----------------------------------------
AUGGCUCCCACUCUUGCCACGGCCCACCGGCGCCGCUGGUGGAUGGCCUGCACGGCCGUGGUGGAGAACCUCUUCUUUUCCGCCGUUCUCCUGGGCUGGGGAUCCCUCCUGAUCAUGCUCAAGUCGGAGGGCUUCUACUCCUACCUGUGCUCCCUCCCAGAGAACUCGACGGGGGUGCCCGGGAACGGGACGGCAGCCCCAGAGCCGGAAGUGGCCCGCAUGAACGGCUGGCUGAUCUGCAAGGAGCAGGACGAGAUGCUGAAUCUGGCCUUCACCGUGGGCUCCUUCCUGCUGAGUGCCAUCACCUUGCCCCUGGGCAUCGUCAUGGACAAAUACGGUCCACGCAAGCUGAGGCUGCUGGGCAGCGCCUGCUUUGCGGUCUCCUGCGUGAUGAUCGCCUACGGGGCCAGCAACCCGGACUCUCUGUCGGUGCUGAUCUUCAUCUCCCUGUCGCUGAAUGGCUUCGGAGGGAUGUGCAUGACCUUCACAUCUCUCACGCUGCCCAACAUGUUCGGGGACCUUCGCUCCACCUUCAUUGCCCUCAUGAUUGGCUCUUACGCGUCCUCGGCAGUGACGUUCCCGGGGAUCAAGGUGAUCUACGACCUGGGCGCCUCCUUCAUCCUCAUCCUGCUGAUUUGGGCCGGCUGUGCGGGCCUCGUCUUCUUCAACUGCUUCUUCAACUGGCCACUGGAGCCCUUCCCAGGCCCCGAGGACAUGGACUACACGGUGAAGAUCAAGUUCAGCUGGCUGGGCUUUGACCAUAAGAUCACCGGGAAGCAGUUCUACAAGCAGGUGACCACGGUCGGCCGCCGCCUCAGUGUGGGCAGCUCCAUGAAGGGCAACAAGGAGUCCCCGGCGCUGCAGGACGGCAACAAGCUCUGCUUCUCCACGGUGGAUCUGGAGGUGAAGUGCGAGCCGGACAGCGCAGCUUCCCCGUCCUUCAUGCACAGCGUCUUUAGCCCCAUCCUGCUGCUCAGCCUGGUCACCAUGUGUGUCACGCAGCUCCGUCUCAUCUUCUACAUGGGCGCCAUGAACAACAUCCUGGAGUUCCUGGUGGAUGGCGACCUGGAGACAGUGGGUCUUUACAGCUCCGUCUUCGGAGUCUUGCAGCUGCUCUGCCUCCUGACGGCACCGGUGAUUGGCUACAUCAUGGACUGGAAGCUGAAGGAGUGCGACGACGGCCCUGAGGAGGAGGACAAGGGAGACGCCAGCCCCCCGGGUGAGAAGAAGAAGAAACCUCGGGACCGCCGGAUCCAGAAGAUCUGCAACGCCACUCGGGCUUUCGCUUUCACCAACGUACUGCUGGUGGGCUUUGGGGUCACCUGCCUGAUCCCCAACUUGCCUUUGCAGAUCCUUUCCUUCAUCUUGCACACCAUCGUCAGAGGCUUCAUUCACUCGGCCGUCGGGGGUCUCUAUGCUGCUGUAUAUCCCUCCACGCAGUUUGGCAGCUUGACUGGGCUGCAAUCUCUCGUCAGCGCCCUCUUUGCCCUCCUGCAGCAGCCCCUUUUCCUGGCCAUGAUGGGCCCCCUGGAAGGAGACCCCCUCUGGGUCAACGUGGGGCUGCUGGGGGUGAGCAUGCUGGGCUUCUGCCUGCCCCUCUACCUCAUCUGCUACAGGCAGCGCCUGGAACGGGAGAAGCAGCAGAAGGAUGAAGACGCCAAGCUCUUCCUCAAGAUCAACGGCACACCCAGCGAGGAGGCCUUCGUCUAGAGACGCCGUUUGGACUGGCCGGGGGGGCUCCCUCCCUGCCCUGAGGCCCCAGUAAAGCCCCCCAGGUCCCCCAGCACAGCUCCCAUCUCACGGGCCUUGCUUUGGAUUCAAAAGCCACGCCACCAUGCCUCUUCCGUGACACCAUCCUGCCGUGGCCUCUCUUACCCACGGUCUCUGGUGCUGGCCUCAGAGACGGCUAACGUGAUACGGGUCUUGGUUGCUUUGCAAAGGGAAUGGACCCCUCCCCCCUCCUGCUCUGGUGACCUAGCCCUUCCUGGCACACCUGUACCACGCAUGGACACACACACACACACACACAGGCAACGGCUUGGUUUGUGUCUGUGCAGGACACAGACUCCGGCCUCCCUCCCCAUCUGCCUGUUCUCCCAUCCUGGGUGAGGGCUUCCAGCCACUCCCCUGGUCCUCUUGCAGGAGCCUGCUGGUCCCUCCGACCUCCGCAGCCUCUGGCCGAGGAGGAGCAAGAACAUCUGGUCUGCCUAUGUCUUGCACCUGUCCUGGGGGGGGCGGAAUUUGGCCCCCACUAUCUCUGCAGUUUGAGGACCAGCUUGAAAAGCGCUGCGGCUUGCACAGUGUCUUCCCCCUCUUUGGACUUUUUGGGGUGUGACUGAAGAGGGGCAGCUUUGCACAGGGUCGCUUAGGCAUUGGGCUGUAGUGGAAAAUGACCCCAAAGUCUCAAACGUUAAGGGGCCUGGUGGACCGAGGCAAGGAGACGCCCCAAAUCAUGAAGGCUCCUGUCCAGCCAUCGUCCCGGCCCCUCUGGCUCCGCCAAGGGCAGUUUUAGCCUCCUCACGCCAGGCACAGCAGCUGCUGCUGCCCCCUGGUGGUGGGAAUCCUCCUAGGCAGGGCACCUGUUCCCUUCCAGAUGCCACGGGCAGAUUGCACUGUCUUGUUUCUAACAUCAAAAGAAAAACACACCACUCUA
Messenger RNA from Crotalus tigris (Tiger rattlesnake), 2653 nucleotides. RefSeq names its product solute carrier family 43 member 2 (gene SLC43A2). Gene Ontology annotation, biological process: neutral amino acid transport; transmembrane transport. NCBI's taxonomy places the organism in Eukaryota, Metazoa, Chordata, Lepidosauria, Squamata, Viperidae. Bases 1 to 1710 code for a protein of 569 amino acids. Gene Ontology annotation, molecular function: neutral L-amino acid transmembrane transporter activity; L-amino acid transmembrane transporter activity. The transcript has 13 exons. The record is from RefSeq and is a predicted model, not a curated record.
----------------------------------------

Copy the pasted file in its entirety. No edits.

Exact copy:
AUGGCUCCCACUCUUGCCACGGCCCACCGGCGCCGCUGGUGGAUGGCCUGCACGGCCGUGGUGGAGAACCUCUUCUUUUCCGCCGUUCUCCUGGGCUGGGGAUCCCUCCUGAUCAUGCUCAAGUCGGAGGGCUUCUACUCCUACCUGUGCUCCCUCCCAGAGAACUCGACGGGGGUGCCCGGGAACGGGACGGCAGCCCCAGAGCCGGAAGUGGCCCGCAUGAACGGCUGGCUGAUCUGCAAGGAGCAGGACGAGAUGCUGAAUCUGGCCUUCACCGUGGGCUCCUUCCUGCUGAGUGCCAUCACCUUGCCCCUGGGCAUCGUCAUGGACAAAUACGGUCCACGCAAGCUGAGGCUGCUGGGCAGCGCCUGCUUUGCGGUCUCCUGCGUGAUGAUCGCCUACGGGGCCAGCAACCCGGACUCUCUGUCGGUGCUGAUCUUCAUCUCCCUGUCGCUGAAUGGCUUCGGAGGGAUGUGCAUGACCUUCACAUCUCUCACGCUGCCCAACAUGUUCGGGGACCUUCGCUCCACCUUCAUUGCCCUCAUGAUUGGCUCUUACGCGUCCUCGGCAGUGACGUUCCCGGGGAUCAAGGUGAUCUACGACCUGGGCGCCUCCUUCAUCCUCAUCCUGCUGAUUUGGGCCGGCUGUGCGGGCCUCGUCUUCUUCAACUGCUUCUUCAACUGGCCACUGGAGCCCUUCCCAGGCCCCGAGGACAUGGACUACACGGUGAAGAUCAAGUUCAGCUGGCUGGGCUUUGACCAUAAGAUCACCGGGAAGCAGUUCUACAAGCAGGUGACCACGGUCGGCCGCCGCCUCAGUGUGGGCAGCUCCAUGAAGGGCAACAAGGAGUCCCCGGCGCUGCAGGACGGCAACAAGCUCUGCUUCUCCACGGUGGAUCUGGAGGUGAAGUGCGAGCCGGACAGCGCAGCUUCCCCGUCCUUCAUGCACAGCGUCUUUAGCCCCAUCCUGCUGCUCAGCCUGGUCACCAUGUGUGUCACGCAGCUCCGUCUCAUCUUCUACAUGGGCGCCAUGAACAACAUCCUGGAGUUCCUGGUGGAUGGCGACCUGGAGACAGUGGGUCUUUACAGCUCCGUCUUCGGAGUCUUGCAGCUGCUCUGCCUCCUGACGGCACCGGUGAUUGGCUACAUCAUGGACUGGAAGCUGAAGGAGUGCGACGACGGCCCUGAGGAGGAGGACAAGGGAGACGCCAGCCCCCCGGGUGAGAAGAAGAAGAAACCUCGGGACCGCCGGAUCCAGAAGAUCUGCAACGCCACUCGGGCUUUCGCUUUCACCAACGUACUGCUGGUGGGCUUUGGGGUCACCUGCCUGAUCCCCAACUUGCCUUUGCAGAUCCUUUCCUUCAUCUUGCACACCAUCGUCAGAGGCUUCAUUCACUCGGCCGUCGGGGGUCUCUAUGCUGCUGUAUAUCCCUCCACGCAGUUUGGCAGCUUGACUGGGCUGCAAUCUCUCGUCAGCGCCCUCUUUGCCCUCCUGCAGCAGCCCCUUUUCCUGGCCAUGAUGGGCCCCCUGGAAGGAGACCCCCUCUGGGUCAACGUGGGGCUGCUGGGGGUGAGCAUGCUGGGCUUCUGCCUGCCCCUCUACCUCAUCUGCUACAGGCAGCGCCUGGAACGGGAGAAGCAGCAGAAGGAUGAAGACGCCAAGCUCUUCCUCAAGAUCAACGGCACACCCAGCGAGGAGGCCUUCGUCUAGAGACGCCGUUUGGACUGGCCGGGGGGGCUCCCUCCCUGCCCUGAGGCCCCAGUAAAGCCCCCCAGGUCCCCCAGCACAGCUCCCAUCUCACGGGCCUUGCUUUGGAUUCAAAAGCCACGCCACCAUGCCUCUUCCGUGACACCAUCCUGCCGUGGCCUCUCUUACCCACGGUCUCUGGUGCUGGCCUCAGAGACGGCUAACGUGAUACGGGUCUUGGUUGCUUUGCAAAGGGAAUGGACCCCUCCCCCCUCCUGCUCUGGUGACCUAGCCCUUCCUGGCACACCUGUACCACGCAUGGACACACACACACACACACACAGGCAACGGCUUGGUUUGUGUCUGUGCAGGACACAGACUCCGGCCUCCCUCCCCAUCUGCCUGUUCUCCCAUCCUGGGUGAGGGCUUCCAGCCACUCCCCUGGUCCUCUUGCAGGAGCCUGCUGGUCCCUCCGACCUCCGCAGCCUCUGGCCGAGGAGGAGCAAGAACAUCUGGUCUGCCUAUGUCUUGCACCUGUCCUGGGGGGGGCGGAAUUUGGCCCCCACUAUCUCUGCAGUUUGAGGACCAGCUUGAAAAGCGCUGCGGCUUGCACAGUGUCUUCCCCCUCUUUGGACUUUUUGGGGUGUGACUGAAGAGGGGCAGCUUUGCACAGGGUCGCUUAGGCAUUGGGCUGUAGUGGAAAAUGACCCCAAAGUCUCAAACGUUAAGGGGCCUGGUGGACCGAGGCAAGGAGACGCCCCAAAUCAUGAAGGCUCCUGUCCAGCCAUCGUCCCGGCCCCUCUGGCUCCGCCAAGGGCAGUUUUAGCCUCCUCACGCCAGGCACAGCAGCUGCUGCUGCCCCCUGGUGGUGGGAAUCCUCCUAGGCAGGGCACCUGUUCCCUUCCAGAUGCCACGGGCAGAUUGCACUGUCUUGUUUCUAACAUCAAAAGAAAAACACACCACUCUA
Messenger RNA from Crotalus tigris (Tiger rattlesnake), 2653 nucleotides. RefSeq names its product solute carrier family 43 member 2 (gene SLC43A2). Gene Ontology annotation, biological process: neutral amino acid transport; transmembrane transport. NCBI's taxonomy places the organism in Eukaryota, Metazoa, Chordata, Lepidosauria, Squamata, Viperidae. Bases 1 to 1710 code for a protein of 569 amino acids. Gene Ontology annotation, molecular function: neutral L-amino acid transmembrane transporter activity; L-amino acid transmembrane transporter activity. The transcript has 13 exons. The record is from RefSeq and is a predicted model, not a curated record.